For many occupiers, the pandemic has propelled workspace considerations to the top of the boardroom agenda. Landlords are responding, offering flexibility and a range of solutions like never before.
Rethinking the workplace
The experience of the pandemic is pushing a wave of office occupiers to rethink their workplace strategies. The shift to more agile working practices that was already in train will be propelled forward in the wake of the pandemic, translating into shifting space requirements.
Yet, while business confidence is rapidly improving, many occupiers are understandably less certain over what exactly their post-COVID workspace ultimately looks like. How much remote working is expected and how much space will be needed as a consequence? How should space be configured for optimal productivity, staff wellbeing and economic efficiency?
While there is no one-size fits all solution, early indications from prevailing active demand reveal that many occupiers are seeking to exchange quantity for quality. The size of the requirement is typically 10% to 15% smaller than previously to allow for greater agility, traded off against a better and more varied working environment.
A great time to strike
Alongside changing demand for workspace, a reluctance towards long-term commitment is fostering a wave of demand away from conventional offers towards more flexible, ‘ready-made’ solutions. Until recently, serviced offices provided the only real option for occupiers seeking flexible solutions. But this is changing, with fitted and managed space set to provide an increasingly attractive alternative to conventional solutions.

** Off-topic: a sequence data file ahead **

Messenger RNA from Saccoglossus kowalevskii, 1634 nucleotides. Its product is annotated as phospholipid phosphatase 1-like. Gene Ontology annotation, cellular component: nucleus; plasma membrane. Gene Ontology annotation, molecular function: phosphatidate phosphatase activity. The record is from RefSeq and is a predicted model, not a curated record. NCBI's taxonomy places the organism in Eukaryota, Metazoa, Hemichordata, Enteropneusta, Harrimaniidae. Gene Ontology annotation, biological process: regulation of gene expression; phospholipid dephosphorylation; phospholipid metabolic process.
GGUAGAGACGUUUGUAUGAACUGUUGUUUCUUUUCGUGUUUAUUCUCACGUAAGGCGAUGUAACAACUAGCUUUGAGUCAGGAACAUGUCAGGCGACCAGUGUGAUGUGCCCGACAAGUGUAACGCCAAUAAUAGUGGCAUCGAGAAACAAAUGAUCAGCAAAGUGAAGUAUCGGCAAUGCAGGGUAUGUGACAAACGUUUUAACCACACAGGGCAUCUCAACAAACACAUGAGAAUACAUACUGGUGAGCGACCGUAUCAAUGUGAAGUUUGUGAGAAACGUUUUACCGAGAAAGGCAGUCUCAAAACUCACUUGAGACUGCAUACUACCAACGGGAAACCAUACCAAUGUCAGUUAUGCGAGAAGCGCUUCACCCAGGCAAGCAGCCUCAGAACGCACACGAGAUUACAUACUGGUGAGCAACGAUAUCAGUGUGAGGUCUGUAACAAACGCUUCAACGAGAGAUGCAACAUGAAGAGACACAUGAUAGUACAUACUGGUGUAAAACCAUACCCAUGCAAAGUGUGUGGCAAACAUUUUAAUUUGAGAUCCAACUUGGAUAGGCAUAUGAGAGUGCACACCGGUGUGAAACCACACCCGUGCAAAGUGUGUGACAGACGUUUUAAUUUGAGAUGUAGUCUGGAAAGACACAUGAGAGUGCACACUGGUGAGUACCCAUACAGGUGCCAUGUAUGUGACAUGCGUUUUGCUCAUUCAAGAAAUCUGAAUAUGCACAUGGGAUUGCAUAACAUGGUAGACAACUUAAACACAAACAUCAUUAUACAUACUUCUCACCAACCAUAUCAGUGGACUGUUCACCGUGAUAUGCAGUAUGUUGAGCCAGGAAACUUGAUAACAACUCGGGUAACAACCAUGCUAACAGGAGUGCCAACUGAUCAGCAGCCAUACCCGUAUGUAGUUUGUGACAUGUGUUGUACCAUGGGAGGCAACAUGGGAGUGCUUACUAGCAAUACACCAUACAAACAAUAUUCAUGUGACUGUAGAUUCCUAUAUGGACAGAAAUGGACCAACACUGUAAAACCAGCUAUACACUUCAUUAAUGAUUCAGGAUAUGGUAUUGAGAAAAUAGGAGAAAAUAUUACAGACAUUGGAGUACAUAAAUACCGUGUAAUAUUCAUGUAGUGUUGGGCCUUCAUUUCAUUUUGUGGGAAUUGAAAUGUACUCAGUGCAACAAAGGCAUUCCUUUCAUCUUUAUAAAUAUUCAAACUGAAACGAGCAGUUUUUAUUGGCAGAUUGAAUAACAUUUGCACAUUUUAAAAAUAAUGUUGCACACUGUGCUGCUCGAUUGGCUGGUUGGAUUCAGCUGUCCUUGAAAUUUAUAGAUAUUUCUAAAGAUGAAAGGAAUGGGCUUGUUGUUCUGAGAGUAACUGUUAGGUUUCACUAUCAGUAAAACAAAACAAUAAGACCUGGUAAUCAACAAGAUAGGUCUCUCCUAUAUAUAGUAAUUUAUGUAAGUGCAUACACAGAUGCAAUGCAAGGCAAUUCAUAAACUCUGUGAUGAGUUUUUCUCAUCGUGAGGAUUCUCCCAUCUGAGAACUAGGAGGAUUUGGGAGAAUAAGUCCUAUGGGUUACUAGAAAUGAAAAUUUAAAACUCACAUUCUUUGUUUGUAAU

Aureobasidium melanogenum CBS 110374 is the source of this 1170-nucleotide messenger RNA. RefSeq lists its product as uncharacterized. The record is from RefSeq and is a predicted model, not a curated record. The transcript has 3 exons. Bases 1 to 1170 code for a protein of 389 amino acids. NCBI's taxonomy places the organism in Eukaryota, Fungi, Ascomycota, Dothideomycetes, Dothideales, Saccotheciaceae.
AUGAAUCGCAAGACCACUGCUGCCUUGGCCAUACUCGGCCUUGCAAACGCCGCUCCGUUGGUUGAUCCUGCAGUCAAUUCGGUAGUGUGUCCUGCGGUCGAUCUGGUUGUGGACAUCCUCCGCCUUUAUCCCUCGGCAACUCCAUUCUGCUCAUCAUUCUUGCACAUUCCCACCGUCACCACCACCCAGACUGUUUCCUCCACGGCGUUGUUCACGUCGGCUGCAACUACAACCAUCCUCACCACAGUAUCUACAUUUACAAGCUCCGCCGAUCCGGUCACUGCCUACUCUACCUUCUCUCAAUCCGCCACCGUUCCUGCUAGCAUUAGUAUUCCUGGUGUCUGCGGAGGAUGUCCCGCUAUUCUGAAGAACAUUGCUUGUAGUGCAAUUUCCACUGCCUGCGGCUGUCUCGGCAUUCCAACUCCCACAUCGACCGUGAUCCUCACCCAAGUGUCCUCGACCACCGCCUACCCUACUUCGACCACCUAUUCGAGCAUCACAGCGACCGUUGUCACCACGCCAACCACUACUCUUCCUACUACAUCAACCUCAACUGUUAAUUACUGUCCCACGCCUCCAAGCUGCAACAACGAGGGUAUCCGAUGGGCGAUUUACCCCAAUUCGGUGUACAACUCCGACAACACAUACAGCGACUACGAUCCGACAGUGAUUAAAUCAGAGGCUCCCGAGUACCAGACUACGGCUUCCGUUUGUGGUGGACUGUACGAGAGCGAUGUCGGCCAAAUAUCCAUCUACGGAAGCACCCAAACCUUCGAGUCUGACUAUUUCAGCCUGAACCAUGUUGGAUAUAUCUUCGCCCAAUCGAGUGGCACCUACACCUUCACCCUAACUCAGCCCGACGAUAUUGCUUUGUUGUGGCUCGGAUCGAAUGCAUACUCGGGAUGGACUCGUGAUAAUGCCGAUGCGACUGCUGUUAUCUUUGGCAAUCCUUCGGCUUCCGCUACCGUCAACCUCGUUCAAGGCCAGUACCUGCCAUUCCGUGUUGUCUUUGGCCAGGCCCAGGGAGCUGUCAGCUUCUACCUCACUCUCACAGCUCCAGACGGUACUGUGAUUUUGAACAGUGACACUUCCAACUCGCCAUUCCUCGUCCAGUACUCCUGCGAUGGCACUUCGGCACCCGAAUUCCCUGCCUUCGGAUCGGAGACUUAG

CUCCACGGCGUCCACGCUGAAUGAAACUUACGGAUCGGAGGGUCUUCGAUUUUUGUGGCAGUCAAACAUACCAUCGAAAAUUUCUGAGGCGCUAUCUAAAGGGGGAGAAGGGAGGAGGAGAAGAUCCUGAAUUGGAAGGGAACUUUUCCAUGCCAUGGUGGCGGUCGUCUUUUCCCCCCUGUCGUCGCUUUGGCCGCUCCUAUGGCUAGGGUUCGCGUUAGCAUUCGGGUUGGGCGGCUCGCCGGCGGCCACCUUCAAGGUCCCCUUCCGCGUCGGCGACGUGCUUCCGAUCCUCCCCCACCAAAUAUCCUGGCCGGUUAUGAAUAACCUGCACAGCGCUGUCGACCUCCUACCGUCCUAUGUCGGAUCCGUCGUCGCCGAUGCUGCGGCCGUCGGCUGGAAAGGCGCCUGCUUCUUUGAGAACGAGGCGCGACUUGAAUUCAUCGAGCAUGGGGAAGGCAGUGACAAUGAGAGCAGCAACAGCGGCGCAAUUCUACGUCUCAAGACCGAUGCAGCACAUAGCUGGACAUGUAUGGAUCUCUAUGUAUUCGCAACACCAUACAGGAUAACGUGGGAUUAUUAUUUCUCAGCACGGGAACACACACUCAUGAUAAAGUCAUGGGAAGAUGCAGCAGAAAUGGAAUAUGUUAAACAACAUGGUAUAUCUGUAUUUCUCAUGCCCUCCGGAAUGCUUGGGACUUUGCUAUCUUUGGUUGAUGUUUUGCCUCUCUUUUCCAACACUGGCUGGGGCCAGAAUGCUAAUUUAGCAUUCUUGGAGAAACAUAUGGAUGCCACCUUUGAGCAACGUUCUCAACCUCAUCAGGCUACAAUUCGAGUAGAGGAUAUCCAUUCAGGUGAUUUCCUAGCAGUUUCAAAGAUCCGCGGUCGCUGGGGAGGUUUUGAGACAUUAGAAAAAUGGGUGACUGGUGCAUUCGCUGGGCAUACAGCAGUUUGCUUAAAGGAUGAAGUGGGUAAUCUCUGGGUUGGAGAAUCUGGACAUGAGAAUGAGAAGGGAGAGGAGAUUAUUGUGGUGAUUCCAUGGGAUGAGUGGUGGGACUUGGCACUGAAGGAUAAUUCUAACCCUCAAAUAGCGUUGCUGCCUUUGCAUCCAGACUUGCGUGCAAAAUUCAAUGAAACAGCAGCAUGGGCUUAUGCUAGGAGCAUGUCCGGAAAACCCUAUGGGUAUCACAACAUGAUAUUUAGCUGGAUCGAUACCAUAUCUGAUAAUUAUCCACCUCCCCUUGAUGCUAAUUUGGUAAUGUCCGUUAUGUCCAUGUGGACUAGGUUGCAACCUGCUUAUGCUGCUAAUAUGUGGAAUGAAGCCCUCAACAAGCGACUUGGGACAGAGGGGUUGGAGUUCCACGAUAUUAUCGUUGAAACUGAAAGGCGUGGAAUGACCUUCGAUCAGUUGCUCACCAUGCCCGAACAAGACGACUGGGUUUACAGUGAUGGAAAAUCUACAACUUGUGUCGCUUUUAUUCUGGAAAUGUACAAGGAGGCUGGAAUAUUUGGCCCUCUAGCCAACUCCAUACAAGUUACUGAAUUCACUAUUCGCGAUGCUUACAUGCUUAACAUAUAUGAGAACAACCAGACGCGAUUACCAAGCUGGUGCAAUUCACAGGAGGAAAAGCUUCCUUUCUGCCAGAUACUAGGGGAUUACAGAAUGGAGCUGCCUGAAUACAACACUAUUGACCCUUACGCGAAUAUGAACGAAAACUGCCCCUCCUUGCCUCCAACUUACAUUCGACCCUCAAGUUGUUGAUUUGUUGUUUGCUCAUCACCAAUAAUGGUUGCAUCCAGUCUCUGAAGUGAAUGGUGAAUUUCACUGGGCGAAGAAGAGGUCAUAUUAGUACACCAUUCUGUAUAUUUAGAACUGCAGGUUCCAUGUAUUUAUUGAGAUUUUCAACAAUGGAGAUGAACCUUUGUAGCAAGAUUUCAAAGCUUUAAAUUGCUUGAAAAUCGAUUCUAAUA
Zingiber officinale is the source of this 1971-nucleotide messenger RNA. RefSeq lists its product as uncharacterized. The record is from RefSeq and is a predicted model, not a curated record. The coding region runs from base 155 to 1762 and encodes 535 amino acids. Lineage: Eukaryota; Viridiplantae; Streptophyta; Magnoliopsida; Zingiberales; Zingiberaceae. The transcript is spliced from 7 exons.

The next 24 months arguably provide occupiers with a huge opportunity to strike a deal. While headline rental levels for quality space are unlikely to appeal to bargain-hunters as previous downturns may have done, expect landlords to go ‘the extra mile’ to secure tenants, through a combination of generous incentive packages, flexible terms and better provision of on-site amenity.
It is early days, but landlords are responding rapidly to the changing dynamics in the market wrought by the pandemic. The meteoric rise of serviced office solutions over the past five years, alongside fears of increasing grey space (surplus tenant space) entering the market is pushing landlords to adapt from convention and be more instantly accommodating of prospective occupiers.
Fitted and managed space are two rapidly emerging forms of workspace solution that represent a hybrid between serviced offices and the dominant form of landlord offer, conventional leased space. The characteristics of the four different workspace solutions are depicted in the table below.
In the South East, choice of serviced offices varies widely between locations, with regard to quantum, prevailing vacancy and quality. Heathrow currently has the most extensive serviced office provision of any South East market, equivalent to 14% of existing stock, while for the vast majority of markets elsewhere it equates to below 5% of stock.
Fitted for purpose
Fitted space shares several of the attributes associated with serviced offices, in particular the relative speed to occupy, the ability to ‘plug and play’ through the provision of furniture and equipment etc. and, crucially, the avoidance of up front cap-ex costs for fitting-out in exchange for additional operational expenditure.